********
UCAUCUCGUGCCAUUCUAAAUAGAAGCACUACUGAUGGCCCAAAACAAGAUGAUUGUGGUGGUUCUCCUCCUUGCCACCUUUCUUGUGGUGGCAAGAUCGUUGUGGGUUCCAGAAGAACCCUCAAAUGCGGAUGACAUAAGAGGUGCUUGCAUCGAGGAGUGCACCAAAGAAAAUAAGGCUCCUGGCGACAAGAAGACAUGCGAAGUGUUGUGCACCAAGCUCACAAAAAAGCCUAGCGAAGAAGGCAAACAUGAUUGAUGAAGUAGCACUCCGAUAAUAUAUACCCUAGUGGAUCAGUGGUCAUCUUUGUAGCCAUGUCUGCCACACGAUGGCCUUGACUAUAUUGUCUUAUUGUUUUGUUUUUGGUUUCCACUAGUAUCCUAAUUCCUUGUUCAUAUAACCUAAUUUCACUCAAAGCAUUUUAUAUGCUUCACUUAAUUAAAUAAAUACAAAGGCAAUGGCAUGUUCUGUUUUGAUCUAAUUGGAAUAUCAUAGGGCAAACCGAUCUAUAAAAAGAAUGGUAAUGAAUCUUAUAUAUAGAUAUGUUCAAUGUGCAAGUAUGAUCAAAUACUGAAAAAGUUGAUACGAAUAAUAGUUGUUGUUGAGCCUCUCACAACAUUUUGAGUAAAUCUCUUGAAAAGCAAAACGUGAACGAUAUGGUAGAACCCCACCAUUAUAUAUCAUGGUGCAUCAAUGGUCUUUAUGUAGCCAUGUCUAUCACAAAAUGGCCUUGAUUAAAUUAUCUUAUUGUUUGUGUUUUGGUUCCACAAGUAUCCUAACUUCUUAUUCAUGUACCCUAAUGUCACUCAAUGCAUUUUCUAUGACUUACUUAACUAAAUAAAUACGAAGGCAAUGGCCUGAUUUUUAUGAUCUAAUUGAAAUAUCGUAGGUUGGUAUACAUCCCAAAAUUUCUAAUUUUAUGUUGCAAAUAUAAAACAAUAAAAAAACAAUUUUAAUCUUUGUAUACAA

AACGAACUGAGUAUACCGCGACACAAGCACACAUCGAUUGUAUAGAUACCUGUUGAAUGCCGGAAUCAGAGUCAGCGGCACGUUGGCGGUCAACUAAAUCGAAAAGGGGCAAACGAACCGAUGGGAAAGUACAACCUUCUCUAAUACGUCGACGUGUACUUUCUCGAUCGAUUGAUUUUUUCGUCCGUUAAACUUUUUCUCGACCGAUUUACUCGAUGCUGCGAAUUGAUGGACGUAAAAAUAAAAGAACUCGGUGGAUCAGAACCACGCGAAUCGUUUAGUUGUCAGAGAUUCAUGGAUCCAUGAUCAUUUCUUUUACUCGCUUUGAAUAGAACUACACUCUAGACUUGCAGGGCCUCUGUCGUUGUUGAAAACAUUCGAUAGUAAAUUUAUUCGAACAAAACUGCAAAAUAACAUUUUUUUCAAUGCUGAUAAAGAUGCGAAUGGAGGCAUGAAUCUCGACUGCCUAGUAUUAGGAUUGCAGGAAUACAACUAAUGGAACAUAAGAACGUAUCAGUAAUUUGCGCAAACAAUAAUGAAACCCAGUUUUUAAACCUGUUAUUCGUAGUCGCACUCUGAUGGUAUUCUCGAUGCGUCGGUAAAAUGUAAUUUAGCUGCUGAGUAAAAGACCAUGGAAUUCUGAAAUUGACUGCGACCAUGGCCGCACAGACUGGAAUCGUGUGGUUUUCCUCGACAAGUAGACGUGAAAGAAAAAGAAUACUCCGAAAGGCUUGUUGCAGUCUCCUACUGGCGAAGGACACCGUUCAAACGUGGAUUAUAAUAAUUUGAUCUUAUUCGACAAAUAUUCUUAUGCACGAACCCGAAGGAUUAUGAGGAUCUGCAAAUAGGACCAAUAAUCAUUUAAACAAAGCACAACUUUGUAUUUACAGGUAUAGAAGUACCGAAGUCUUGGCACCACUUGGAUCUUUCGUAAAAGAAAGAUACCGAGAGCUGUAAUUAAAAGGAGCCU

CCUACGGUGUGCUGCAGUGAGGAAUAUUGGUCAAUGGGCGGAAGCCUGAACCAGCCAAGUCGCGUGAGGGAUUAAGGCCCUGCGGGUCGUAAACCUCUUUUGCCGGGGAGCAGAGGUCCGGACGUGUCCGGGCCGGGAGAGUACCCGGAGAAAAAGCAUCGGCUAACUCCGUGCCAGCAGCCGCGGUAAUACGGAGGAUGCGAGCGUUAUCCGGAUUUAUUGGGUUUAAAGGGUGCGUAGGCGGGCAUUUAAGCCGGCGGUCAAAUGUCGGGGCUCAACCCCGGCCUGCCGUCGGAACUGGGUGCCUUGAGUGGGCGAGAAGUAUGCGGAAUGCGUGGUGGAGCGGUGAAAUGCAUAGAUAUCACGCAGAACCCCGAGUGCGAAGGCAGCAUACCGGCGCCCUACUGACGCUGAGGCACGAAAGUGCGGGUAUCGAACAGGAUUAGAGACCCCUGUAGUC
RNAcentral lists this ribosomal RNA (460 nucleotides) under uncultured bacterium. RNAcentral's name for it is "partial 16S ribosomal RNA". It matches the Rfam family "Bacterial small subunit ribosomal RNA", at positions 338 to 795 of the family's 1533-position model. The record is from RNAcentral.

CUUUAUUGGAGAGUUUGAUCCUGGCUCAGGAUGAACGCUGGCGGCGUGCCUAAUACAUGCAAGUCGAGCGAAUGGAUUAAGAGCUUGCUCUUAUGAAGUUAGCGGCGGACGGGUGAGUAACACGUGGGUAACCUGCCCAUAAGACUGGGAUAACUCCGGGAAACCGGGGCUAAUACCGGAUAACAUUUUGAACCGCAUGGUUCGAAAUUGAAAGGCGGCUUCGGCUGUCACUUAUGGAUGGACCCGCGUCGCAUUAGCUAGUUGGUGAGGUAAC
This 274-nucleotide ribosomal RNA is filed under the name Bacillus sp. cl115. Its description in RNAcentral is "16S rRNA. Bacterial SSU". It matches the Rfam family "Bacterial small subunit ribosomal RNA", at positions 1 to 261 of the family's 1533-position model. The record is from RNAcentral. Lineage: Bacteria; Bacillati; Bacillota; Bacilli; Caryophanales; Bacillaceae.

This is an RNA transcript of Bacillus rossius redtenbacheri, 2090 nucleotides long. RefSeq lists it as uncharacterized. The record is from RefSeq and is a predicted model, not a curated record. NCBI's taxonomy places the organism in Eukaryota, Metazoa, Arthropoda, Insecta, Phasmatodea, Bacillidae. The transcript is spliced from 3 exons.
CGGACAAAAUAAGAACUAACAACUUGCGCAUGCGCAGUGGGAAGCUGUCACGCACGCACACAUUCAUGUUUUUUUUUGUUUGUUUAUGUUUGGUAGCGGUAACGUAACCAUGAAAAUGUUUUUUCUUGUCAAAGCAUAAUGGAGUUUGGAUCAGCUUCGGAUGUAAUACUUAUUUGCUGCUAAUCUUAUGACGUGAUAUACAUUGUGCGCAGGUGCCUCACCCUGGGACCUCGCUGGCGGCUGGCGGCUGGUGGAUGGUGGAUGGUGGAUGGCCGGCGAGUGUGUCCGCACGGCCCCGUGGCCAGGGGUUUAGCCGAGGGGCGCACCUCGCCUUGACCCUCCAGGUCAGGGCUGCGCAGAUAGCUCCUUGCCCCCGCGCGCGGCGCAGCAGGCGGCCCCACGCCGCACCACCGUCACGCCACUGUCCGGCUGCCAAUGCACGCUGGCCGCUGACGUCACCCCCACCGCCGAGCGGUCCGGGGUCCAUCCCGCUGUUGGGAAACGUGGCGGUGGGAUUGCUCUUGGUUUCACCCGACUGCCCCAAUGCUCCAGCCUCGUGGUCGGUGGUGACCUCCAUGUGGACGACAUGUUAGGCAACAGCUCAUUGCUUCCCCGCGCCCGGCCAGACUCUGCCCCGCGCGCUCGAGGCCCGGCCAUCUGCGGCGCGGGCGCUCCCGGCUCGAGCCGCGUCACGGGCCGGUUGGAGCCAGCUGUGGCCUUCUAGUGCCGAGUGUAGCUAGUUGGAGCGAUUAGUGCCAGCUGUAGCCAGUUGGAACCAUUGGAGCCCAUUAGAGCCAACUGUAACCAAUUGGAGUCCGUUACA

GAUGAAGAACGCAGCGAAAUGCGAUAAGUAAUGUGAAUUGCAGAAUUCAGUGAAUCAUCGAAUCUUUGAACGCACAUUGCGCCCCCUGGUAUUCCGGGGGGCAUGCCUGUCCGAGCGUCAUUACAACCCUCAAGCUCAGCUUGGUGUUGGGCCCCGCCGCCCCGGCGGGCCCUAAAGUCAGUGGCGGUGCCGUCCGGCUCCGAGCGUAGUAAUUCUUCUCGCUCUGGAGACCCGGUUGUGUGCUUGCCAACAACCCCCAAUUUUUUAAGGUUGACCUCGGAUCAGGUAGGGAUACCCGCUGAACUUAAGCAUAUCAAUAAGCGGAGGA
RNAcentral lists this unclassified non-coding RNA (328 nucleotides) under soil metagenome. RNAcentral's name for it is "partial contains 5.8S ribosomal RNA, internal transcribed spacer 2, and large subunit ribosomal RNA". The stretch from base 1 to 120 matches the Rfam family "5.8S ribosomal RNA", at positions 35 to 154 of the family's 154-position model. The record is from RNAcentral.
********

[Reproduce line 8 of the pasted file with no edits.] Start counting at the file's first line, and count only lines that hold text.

CGGACAAAAUAAGAACUAACAACUUGCGCAUGCGCAGUGGGAAGCUGUCACGCACGCACACAUUCAUGUUUUUUUUUGUUUGUUUAUGUUUGGUAGCGGUAACGUAACCAUGAAAAUGUUUUUUCUUGUCAAAGCAUAAUGGAGUUUGGAUCAGCUUCGGAUGUAAUACUUAUUUGCUGCUAAUCUUAUGACGUGAUAUACAUUGUGCGCAGGUGCCUCACCCUGGGACCUCGCUGGCGGCUGGCGGCUGGUGGAUGGUGGAUGGUGGAUGGCCGGCGAGUGUGUCCGCACGGCCCCGUGGCCAGGGGUUUAGCCGAGGGGCGCACCUCGCCUUGACCCUCCAGGUCAGGGCUGCGCAGAUAGCUCCUUGCCCCCGCGCGCGGCGCAGCAGGCGGCCCCACGCCGCACCACCGUCACGCCACUGUCCGGCUGCCAAUGCACGCUGGCCGCUGACGUCACCCCCACCGCCGAGCGGUCCGGGGUCCAUCCCGCUGUUGGGAAACGUGGCGGUGGGAUUGCUCUUGGUUUCACCCGACUGCCCCAAUGCUCCAGCCUCGUGGUCGGUGGUGACCUCCAUGUGGACGACAUGUUAGGCAACAGCUCAUUGCUUCCCCGCGCCCGGCCAGACUCUGCCCCGCGCGCUCGAGGCCCGGCCAUCUGCGGCGCGGGCGCUCCCGGCUCGAGCCGCGUCACGGGCCGGUUGGAGCCAGCUGUGGCCUUCUAGUGCCGAGUGUAGCUAGUUGGAGCGAUUAGUGCCAGCUGUAGCCAGUUGGAACCAUUGGAGCCCAUUAGAGCCAACUGUAACCAAUUGGAGUCCGUUACA